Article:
My team and I wrote dork in python using scrum implementation of agile method, delivering working fully tested iterations of the code according to product owner specifications derived from customer requests in two week sprints. Documentation is on ‘readthedocs’. https://gitnick-dork.readthedocs.io/en/latest/readme.html
We used github for version control with travis-ci and sonarcloud for continuous integration and inspection. The full repository is public on github.
Each new game randomly generates a maze and factories populate the world with descriptions, interactive items and NPC’s from databases. Games can be saved and loaded with persistence of the game state, map, inventory, NPC’s and points.
The project turned out well and was a pleasure to work on. Working with team brought new difficulties the work and complexity of the project we were able to achieve within a short time frame was far beyond what could have been done individually. I have some future expansions planned for the game so stay tuned!
This is an implementation of the tiny encryption algorithm written in python for a computer and network security class. Our professor had specific rudimentary requirements for how it was to be implemented. I expanded upon the assignment by including testing and extra functionality then refactored. The code is public on my github.
This post is somewhat technical but I will explain everything simply for anyone unfamiliar with the concepts. I will introduce and then explain so bear with me if this looks like gibberish at first.
The tiny encryption algorithm is one of the simplest serious block encryption algorithms. The algorithm works on 64 bit blocks of plain text at a time using a 128 bit key. In the diagram above the plain text is divided into two 32 bit blocks L0 and R0 and the 128 bit key is divided into four 32 bit blocks K0-K3. The formula is represented below.
All of the variables are declared as unsigned 32-bit integers, I do this in python by importing c_uint32 from ctypes library. An unsigned 32-bit integer is a binary number with 32 places for 1’s or 0’s and is always positive. The program takes input in hexadecimal base 16 format which extends 0-9 with letters A-F. Meaning F in hexadecimal equals 15 in our standard base 10 and 1111 in base 2 binary.
Hexadecimal is much easier for us humans to deal with because rather than having to write each place (bit) as a 1 or 0 we can represent 4 binary places (4 bits) at a time with 1 hexadecimal digit. This allows us to represent ‘10011111111101010111100111100101’ as 9FF579E5. Convention is to write hexadecimal with a prefixed ‘0x’ so 0x9FF579E5.
A logical shift, >> in the formula as well as within the code, is a bit-wise operation that shifts all of the bits of its operand. This means that all of the places (bits) of a number in binary are shifted.
Addition-mod-232 means that the values are added together and then divided by 232 and the remainder is the result. Another way of thinking about this is that the two values are added together and if they are more than 232 then 232 is subtracted from the total for the result. The processor performs this differently with overflow and wrapping but this is a simple way to represent the math.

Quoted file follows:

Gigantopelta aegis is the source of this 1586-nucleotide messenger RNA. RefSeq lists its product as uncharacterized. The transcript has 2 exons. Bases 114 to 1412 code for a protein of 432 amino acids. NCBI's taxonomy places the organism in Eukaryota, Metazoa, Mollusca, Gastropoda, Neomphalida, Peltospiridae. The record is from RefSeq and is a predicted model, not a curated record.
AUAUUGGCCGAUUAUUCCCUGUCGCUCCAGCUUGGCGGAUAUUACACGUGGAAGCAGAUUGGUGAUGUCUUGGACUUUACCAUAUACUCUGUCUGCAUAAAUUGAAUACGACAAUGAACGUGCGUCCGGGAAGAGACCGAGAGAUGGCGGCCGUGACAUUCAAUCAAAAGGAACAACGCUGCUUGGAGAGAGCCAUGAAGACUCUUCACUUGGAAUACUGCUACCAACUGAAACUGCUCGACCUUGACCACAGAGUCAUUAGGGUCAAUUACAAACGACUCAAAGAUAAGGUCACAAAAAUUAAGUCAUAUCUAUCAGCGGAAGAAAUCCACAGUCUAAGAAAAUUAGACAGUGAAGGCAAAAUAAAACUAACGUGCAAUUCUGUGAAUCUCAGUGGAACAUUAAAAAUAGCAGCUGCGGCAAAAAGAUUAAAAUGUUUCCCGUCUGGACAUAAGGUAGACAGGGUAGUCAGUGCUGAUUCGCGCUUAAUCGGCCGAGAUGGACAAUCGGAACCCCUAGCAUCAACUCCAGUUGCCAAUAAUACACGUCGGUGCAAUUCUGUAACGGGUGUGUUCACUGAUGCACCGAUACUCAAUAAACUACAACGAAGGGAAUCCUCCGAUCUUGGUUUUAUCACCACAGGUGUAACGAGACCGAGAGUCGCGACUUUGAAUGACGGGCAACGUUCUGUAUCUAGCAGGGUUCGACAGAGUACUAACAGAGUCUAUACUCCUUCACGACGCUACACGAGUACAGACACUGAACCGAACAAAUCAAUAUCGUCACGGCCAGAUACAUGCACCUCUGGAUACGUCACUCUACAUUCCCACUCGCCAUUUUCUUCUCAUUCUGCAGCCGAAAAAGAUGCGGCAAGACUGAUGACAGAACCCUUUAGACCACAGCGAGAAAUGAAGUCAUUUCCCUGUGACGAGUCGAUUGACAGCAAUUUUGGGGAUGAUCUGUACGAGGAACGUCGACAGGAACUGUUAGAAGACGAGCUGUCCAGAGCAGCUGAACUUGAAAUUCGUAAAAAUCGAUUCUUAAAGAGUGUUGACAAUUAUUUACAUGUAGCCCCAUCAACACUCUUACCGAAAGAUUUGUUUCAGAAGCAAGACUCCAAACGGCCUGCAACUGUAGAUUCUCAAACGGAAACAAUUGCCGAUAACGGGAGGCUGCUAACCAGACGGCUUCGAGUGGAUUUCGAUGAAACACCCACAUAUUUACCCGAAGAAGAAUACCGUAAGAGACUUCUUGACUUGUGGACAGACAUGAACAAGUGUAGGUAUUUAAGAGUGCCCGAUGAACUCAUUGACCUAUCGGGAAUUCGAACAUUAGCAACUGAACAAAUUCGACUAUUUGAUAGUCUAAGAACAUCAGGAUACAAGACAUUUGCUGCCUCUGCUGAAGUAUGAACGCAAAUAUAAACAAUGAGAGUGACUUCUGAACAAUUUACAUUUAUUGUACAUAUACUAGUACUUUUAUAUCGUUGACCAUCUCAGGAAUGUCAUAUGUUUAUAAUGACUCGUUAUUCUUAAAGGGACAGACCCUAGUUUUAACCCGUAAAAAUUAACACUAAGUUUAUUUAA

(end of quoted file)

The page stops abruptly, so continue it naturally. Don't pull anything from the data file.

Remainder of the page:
XOR, exclusive or, is represented in the formula as ⊕ and within the code by ^ the caret. XOR is a binary operation that compares bit to corresponding bit and the result evaluates to 1 only if exactly one of the bits is a 1. This means the result is 1 only if one of the bits ‘or’ the other is 1 but not if both are 1. I am reiterating this to differentiate it from the usual logical ‘or’ where it is also 1 if both values are 1.
My implementation is verbose in order to try and grok the algorithm. The assignment was to write a program to perform one pair of encryption rounds and to then decrypt the 64 bit ciphertext which after one pair of rounds is L2 and R2 in the diagram. Also recall that K0-K3 are 32-bit blocks of the 128-bit key.
If not familiar with grok, it is a fantastic term. From Robert A. Heinlein's book Stranger in a Strange Land,
'Grok' means to understand so thoroughly that the observer becomes a part of the observed —to merge, blend, intermarry, lose identity in group experience.
Looking again at the diagram, the first step after getting input and setting up all of the variables is to determine L1 and R1. Following the directional arrows we start by taking R0 into three branches and performing a logical shift left by 4 on one and a logical shift right by 5 on another. The logical shift left branch is then added using addition-mod-232 with K0 and the right branch with K1. The third R0 is also added-mod-232 with Delta1. All three branches are then XOR’ed and the result is added-mod-232 to L0 for the value of R1. L1 is an unchanged R0.
The next round is essentially the same using the new starting points of L1 and R1 with the next blocks for addition. K2 is added to the logical shift left branch, K3 for the logical shift right branch, and Delta2 for the third branch.
Since the assignment was to only do one round, the ciphertext in L2 and R2 can then be decrypted by reversing the process. Reversing the arrows on the diagram we take L2 to perform the three operations on to XOR together. Then perform a subraction-mod-232 with R2. This gives us R0 and L1 which we then use to determine L0 through the same process but with the earlier key blocks and delta.
Then again with the L1/R0 bit-string to find L0
In practice it’s recommended to run the algorithm for 64 Feistel rounds (32 pairs of rounds). Feistel refers to the symmetric structure of the algorithm, as clearly seen within the diagram. Also in practice the predetermined Delta would be a magic number, a number chosen to demonstrate that there are no possible hidden properties to it. There are a few weaknesses to TEA which have removed it from common use in cryptography. The code is decent, it’s at 96% coverage on the testing.